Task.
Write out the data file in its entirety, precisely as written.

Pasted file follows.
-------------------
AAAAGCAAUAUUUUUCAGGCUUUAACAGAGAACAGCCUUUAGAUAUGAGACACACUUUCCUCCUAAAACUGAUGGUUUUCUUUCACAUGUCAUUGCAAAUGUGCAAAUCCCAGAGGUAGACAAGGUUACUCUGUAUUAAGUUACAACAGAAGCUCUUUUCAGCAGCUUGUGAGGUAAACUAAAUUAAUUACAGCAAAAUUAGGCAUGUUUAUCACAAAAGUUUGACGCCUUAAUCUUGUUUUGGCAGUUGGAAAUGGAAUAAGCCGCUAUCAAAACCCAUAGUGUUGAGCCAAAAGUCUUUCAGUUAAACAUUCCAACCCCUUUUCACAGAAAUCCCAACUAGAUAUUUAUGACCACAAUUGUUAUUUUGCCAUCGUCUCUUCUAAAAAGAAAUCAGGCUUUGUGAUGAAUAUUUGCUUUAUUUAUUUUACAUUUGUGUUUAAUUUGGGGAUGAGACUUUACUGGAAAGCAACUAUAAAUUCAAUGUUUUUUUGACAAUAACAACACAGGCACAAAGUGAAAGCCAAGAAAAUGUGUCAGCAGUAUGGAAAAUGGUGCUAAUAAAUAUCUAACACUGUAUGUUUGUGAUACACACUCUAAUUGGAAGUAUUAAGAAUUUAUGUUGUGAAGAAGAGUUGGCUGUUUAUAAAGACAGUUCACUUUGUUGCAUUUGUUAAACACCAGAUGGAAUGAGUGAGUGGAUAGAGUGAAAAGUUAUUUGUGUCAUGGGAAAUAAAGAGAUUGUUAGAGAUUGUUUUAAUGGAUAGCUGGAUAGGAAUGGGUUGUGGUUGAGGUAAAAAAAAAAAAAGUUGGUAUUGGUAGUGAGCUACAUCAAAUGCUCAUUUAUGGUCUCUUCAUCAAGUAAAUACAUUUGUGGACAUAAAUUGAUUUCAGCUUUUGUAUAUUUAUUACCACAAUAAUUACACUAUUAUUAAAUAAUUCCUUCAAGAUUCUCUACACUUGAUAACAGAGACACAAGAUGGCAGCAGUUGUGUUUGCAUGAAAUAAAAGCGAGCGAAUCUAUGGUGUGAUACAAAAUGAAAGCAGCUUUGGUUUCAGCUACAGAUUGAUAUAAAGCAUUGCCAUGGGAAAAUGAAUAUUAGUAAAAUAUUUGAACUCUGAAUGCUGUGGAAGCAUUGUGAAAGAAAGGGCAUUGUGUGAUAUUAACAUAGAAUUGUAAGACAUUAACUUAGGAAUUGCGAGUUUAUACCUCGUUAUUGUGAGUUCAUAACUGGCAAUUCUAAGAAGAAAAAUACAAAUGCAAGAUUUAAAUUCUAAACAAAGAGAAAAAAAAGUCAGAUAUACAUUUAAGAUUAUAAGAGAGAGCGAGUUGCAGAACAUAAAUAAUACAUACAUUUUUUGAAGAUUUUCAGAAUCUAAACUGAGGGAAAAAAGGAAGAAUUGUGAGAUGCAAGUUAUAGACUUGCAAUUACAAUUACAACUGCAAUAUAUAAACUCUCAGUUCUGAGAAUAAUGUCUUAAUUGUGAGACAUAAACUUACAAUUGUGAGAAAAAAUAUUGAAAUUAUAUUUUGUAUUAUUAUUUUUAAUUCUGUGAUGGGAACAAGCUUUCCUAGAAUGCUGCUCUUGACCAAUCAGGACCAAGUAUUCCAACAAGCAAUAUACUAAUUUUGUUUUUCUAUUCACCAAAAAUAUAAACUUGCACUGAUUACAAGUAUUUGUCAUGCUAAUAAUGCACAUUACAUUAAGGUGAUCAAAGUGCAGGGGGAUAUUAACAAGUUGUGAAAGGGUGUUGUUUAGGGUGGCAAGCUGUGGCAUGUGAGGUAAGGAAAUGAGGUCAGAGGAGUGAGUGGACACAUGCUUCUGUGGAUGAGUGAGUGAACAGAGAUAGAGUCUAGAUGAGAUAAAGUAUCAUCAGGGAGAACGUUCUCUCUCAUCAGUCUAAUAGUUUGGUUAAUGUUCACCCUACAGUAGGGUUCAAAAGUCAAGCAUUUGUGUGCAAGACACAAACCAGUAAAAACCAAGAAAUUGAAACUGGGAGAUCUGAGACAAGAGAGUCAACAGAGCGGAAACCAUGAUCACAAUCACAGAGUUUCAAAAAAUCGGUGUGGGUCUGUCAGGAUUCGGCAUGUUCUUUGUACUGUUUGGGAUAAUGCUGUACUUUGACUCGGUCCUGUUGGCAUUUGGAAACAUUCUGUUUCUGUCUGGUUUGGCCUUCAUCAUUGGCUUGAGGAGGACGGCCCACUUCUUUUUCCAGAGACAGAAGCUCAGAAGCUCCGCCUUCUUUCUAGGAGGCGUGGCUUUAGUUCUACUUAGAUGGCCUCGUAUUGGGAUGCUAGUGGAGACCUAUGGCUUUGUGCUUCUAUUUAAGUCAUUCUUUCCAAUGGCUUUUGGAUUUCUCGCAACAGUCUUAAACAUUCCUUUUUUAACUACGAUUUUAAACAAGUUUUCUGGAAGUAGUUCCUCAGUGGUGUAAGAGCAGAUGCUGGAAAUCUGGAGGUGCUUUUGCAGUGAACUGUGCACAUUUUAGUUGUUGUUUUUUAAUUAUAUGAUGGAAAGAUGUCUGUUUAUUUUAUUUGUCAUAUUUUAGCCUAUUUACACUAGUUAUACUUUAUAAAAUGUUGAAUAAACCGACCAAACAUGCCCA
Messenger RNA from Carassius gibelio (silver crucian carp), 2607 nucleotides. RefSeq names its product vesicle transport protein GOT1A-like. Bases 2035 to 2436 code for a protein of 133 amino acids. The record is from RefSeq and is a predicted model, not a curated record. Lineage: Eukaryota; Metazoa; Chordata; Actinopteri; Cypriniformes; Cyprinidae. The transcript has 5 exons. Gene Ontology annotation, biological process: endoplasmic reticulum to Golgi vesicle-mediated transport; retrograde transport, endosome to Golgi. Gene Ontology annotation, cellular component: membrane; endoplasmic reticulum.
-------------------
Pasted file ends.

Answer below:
AAAAGCAAUAUUUUUCAGGCUUUAACAGAGAACAGCCUUUAGAUAUGAGACACACUUUCCUCCUAAAACUGAUGGUUUUCUUUCACAUGUCAUUGCAAAUGUGCAAAUCCCAGAGGUAGACAAGGUUACUCUGUAUUAAGUUACAACAGAAGCUCUUUUCAGCAGCUUGUGAGGUAAACUAAAUUAAUUACAGCAAAAUUAGGCAUGUUUAUCACAAAAGUUUGACGCCUUAAUCUUGUUUUGGCAGUUGGAAAUGGAAUAAGCCGCUAUCAAAACCCAUAGUGUUGAGCCAAAAGUCUUUCAGUUAAACAUUCCAACCCCUUUUCACAGAAAUCCCAACUAGAUAUUUAUGACCACAAUUGUUAUUUUGCCAUCGUCUCUUCUAAAAAGAAAUCAGGCUUUGUGAUGAAUAUUUGCUUUAUUUAUUUUACAUUUGUGUUUAAUUUGGGGAUGAGACUUUACUGGAAAGCAACUAUAAAUUCAAUGUUUUUUUGACAAUAACAACACAGGCACAAAGUGAAAGCCAAGAAAAUGUGUCAGCAGUAUGGAAAAUGGUGCUAAUAAAUAUCUAACACUGUAUGUUUGUGAUACACACUCUAAUUGGAAGUAUUAAGAAUUUAUGUUGUGAAGAAGAGUUGGCUGUUUAUAAAGACAGUUCACUUUGUUGCAUUUGUUAAACACCAGAUGGAAUGAGUGAGUGGAUAGAGUGAAAAGUUAUUUGUGUCAUGGGAAAUAAAGAGAUUGUUAGAGAUUGUUUUAAUGGAUAGCUGGAUAGGAAUGGGUUGUGGUUGAGGUAAAAAAAAAAAAAGUUGGUAUUGGUAGUGAGCUACAUCAAAUGCUCAUUUAUGGUCUCUUCAUCAAGUAAAUACAUUUGUGGACAUAAAUUGAUUUCAGCUUUUGUAUAUUUAUUACCACAAUAAUUACACUAUUAUUAAAUAAUUCCUUCAAGAUUCUCUACACUUGAUAACAGAGACACAAGAUGGCAGCAGUUGUGUUUGCAUGAAAUAAAAGCGAGCGAAUCUAUGGUGUGAUACAAAAUGAAAGCAGCUUUGGUUUCAGCUACAGAUUGAUAUAAAGCAUUGCCAUGGGAAAAUGAAUAUUAGUAAAAUAUUUGAACUCUGAAUGCUGUGGAAGCAUUGUGAAAGAAAGGGCAUUGUGUGAUAUUAACAUAGAAUUGUAAGACAUUAACUUAGGAAUUGCGAGUUUAUACCUCGUUAUUGUGAGUUCAUAACUGGCAAUUCUAAGAAGAAAAAUACAAAUGCAAGAUUUAAAUUCUAAACAAAGAGAAAAAAAAGUCAGAUAUACAUUUAAGAUUAUAAGAGAGAGCGAGUUGCAGAACAUAAAUAAUACAUACAUUUUUUGAAGAUUUUCAGAAUCUAAACUGAGGGAAAAAAGGAAGAAUUGUGAGAUGCAAGUUAUAGACUUGCAAUUACAAUUACAACUGCAAUAUAUAAACUCUCAGUUCUGAGAAUAAUGUCUUAAUUGUGAGACAUAAACUUACAAUUGUGAGAAAAAAUAUUGAAAUUAUAUUUUGUAUUAUUAUUUUUAAUUCUGUGAUGGGAACAAGCUUUCCUAGAAUGCUGCUCUUGACCAAUCAGGACCAAGUAUUCCAACAAGCAAUAUACUAAUUUUGUUUUUCUAUUCACCAAAAAUAUAAACUUGCACUGAUUACAAGUAUUUGUCAUGCUAAUAAUGCACAUUACAUUAAGGUGAUCAAAGUGCAGGGGGAUAUUAACAAGUUGUGAAAGGGUGUUGUUUAGGGUGGCAAGCUGUGGCAUGUGAGGUAAGGAAAUGAGGUCAGAGGAGUGAGUGGACACAUGCUUCUGUGGAUGAGUGAGUGAACAGAGAUAGAGUCUAGAUGAGAUAAAGUAUCAUCAGGGAGAACGUUCUCUCUCAUCAGUCUAAUAGUUUGGUUAAUGUUCACCCUACAGUAGGGUUCAAAAGUCAAGCAUUUGUGUGCAAGACACAAACCAGUAAAAACCAAGAAAUUGAAACUGGGAGAUCUGAGACAAGAGAGUCAACAGAGCGGAAACCAUGAUCACAAUCACAGAGUUUCAAAAAAUCGGUGUGGGUCUGUCAGGAUUCGGCAUGUUCUUUGUACUGUUUGGGAUAAUGCUGUACUUUGACUCGGUCCUGUUGGCAUUUGGAAACAUUCUGUUUCUGUCUGGUUUGGCCUUCAUCAUUGGCUUGAGGAGGACGGCCCACUUCUUUUUCCAGAGACAGAAGCUCAGAAGCUCCGCCUUCUUUCUAGGAGGCGUGGCUUUAGUUCUACUUAGAUGGCCUCGUAUUGGGAUGCUAGUGGAGACCUAUGGCUUUGUGCUUCUAUUUAAGUCAUUCUUUCCAAUGGCUUUUGGAUUUCUCGCAACAGUCUUAAACAUUCCUUUUUUAACUACGAUUUUAAACAAGUUUUCUGGAAGUAGUUCCUCAGUGGUGUAAGAGCAGAUGCUGGAAAUCUGGAGGUGCUUUUGCAGUGAACUGUGCACAUUUUAGUUGUUGUUUUUUAAUUAUAUGAUGGAAAGAUGUCUGUUUAUUUUAUUUGUCAUAUUUUAGCCUAUUUACACUAGUUAUACUUUAUAAAAUGUUGAAUAAACCGACCAAACAUGCCCA
Messenger RNA from Carassius gibelio (silver crucian carp), 2607 nucleotides. RefSeq names its product vesicle transport protein GOT1A-like. Bases 2035 to 2436 code for a protein of 133 amino acids. The record is from RefSeq and is a predicted model, not a curated record. Lineage: Eukaryota; Metazoa; Chordata; Actinopteri; Cypriniformes; Cyprinidae. The transcript has 5 exons. Gene Ontology annotation, biological process: endoplasmic reticulum to Golgi vesicle-mediated transport; retrograde transport, endosome to Golgi. Gene Ontology annotation, cellular component: membrane; endoplasmic reticulum.